Originally written in June 2011:

On Sunday, our daughter decided to make her debut.  True to form, she arrived promptly on her due date, although we were getting antsy and impatient, thinking she might decide to be fashionably late.

5:40 A.M. – I was in the middle of dreaming that I was in labor.  Actually, it was more like a nightmare.  The doctor was telling me that I didn’t have time to get an epidural and that I would have to feel the full extent of this human being squeezed out of my private parts.

5:44 A.M. – I woke up for no apparent reason.  Maybe it was the nightmare.  Or maybe it was God telling me it was go time.

5:45 A.M. – I feel something trickle out down there, and wonder if this could mean my water has broken.  I rule out urine since it’s been at least ten years since I’ve wet the bed.

5:50 A.M. – We call my OB and she says to start heading over to Labor & Delivery.  I can hardly believe that today is the day!  We make sure everything is packed and head to the hospital.

6:15 A.M. – The nurses run something called a “fern test” to see if my water has truly broken.  If it has, I can stay; if not, it’s back to the house I go.

9:00 A.M. – They confirm that my water bag has ruptured and start me on an IV and pitocin to regulate my contractions and get this labor going.  (I was already contracting on my own, but the contractions were not regular enough.)  When I entered the hospital, I was 3 cm dilated, 50% effaced.  The contractions definitely feel like menstrual cramps, but are still bearable.

1:00 P.M. – The anesthesiologist comes in and asks if I would like my epidural now since he is going in for a C-section and will not be available for at least another hour.  Since I’m scared the pain will get worse, I agree to get it now.

*This was probably the scariest part of the whole labor process for me.  I know that thousands of women get the epidural, but I have always had this irrational fear that getting a shot in my spine might leave me paralyzed.  Once the anesthesiologist was finished administering the epidural, I cried.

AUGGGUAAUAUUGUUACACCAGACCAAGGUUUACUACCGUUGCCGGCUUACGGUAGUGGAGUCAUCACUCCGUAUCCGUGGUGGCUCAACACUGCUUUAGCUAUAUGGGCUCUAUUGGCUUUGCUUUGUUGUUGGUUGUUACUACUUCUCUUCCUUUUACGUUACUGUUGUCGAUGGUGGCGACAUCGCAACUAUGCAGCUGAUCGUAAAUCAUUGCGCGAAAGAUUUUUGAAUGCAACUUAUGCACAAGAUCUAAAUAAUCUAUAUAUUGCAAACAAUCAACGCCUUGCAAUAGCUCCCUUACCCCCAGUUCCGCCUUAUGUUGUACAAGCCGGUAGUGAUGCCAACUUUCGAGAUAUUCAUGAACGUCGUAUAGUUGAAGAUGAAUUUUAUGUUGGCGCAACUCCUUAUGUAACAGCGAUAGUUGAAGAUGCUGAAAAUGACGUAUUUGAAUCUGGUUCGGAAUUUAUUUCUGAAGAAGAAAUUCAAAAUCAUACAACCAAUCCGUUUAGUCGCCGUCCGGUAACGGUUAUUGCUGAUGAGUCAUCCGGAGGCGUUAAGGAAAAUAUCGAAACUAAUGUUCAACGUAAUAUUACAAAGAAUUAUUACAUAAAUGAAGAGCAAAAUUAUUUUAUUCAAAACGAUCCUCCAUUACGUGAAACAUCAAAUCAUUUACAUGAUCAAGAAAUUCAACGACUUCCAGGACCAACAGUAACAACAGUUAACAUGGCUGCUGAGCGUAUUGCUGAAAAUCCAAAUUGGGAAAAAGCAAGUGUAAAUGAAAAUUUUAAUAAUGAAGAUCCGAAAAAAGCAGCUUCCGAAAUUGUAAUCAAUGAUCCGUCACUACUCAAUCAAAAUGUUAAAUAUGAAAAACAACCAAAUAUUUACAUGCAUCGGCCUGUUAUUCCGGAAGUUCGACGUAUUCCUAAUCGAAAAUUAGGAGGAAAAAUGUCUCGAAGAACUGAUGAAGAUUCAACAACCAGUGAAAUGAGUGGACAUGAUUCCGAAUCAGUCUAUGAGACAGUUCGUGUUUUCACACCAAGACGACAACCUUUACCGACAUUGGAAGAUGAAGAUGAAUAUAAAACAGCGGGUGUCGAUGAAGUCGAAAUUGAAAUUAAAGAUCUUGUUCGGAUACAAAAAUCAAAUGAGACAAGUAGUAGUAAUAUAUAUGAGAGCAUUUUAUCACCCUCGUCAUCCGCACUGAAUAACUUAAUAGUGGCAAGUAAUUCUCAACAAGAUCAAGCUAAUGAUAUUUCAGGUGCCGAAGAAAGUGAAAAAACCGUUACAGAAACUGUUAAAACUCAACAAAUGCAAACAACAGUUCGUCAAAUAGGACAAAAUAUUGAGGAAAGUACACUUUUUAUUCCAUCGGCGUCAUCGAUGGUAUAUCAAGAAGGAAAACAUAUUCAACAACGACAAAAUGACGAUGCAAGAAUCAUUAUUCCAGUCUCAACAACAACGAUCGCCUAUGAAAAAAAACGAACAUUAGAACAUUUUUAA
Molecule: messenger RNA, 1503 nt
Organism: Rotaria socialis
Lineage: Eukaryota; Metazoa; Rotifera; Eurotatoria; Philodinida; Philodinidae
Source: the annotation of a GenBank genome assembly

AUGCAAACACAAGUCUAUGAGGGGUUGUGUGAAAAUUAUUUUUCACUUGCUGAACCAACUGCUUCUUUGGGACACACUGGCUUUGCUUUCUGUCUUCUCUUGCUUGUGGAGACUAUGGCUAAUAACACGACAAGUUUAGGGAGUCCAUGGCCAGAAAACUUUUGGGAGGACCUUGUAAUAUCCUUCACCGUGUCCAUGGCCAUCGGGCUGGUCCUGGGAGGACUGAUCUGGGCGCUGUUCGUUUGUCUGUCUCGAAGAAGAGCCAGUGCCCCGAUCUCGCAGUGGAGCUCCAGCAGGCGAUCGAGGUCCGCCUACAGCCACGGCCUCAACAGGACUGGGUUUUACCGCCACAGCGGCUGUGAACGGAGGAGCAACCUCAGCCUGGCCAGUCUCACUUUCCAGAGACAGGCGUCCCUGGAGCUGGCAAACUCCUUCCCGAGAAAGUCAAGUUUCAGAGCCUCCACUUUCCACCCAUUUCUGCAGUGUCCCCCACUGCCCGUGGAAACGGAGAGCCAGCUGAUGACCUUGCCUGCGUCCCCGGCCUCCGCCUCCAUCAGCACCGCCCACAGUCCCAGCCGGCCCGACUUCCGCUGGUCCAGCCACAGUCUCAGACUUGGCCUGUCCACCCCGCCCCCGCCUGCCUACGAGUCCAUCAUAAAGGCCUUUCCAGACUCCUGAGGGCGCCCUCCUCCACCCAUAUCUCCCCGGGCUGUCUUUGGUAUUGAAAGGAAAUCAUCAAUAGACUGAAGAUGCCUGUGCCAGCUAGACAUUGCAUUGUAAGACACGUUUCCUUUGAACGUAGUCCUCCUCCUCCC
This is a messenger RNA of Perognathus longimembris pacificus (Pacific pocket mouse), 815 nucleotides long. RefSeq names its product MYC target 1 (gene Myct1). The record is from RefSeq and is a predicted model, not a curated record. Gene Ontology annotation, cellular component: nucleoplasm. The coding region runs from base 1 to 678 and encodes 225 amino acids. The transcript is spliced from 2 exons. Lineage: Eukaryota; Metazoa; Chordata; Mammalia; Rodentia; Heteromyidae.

Soon after I receive my epidural, they realize that I am not dilating because my water bag is not fully broken.  Once they completely break my water bag, I begin dilating immediately.

6:00 P.M. – The nurse tells me I am at 10 cm but that we are going to “labor down” for another hour to allow my contractions to bring the baby further down the birth canal (rather than have me push for an extra hour).

7:30 P.M. – The nurse tells me I am ready to begin pushing.  My teeth start to chatter.  Before we begin, she advises me to push like I have been constipated for the last ten months (which is not completely untrue).  I push three pushes with each contraction, each push lasting ten seconds.  I feel like my face is going to explode.

8:30 P.M. – They call in the OB and I know our baby is almost here!  Once the doctor is in, everything happens so fast.  With my last push I feel immediate relief and I see my baby’s face for the first time at 8:34 P.M.  “You made it!”  They put her on my chest and I can hardly believe she’s finally here.

Overwhelmed, exhausted, elated, amazed, and overall – grateful.

It’s been a whirlwind.

6 lbs. 13 oz. / 20 in. long

Baby Checker’s Monthly Updates part 1 of 3

1. Baby Checkers' Birth Story by Mrs. Checkers
2. 18 Month Update by Mrs. Checkers
3. 19 Month Update by Mrs. Checkers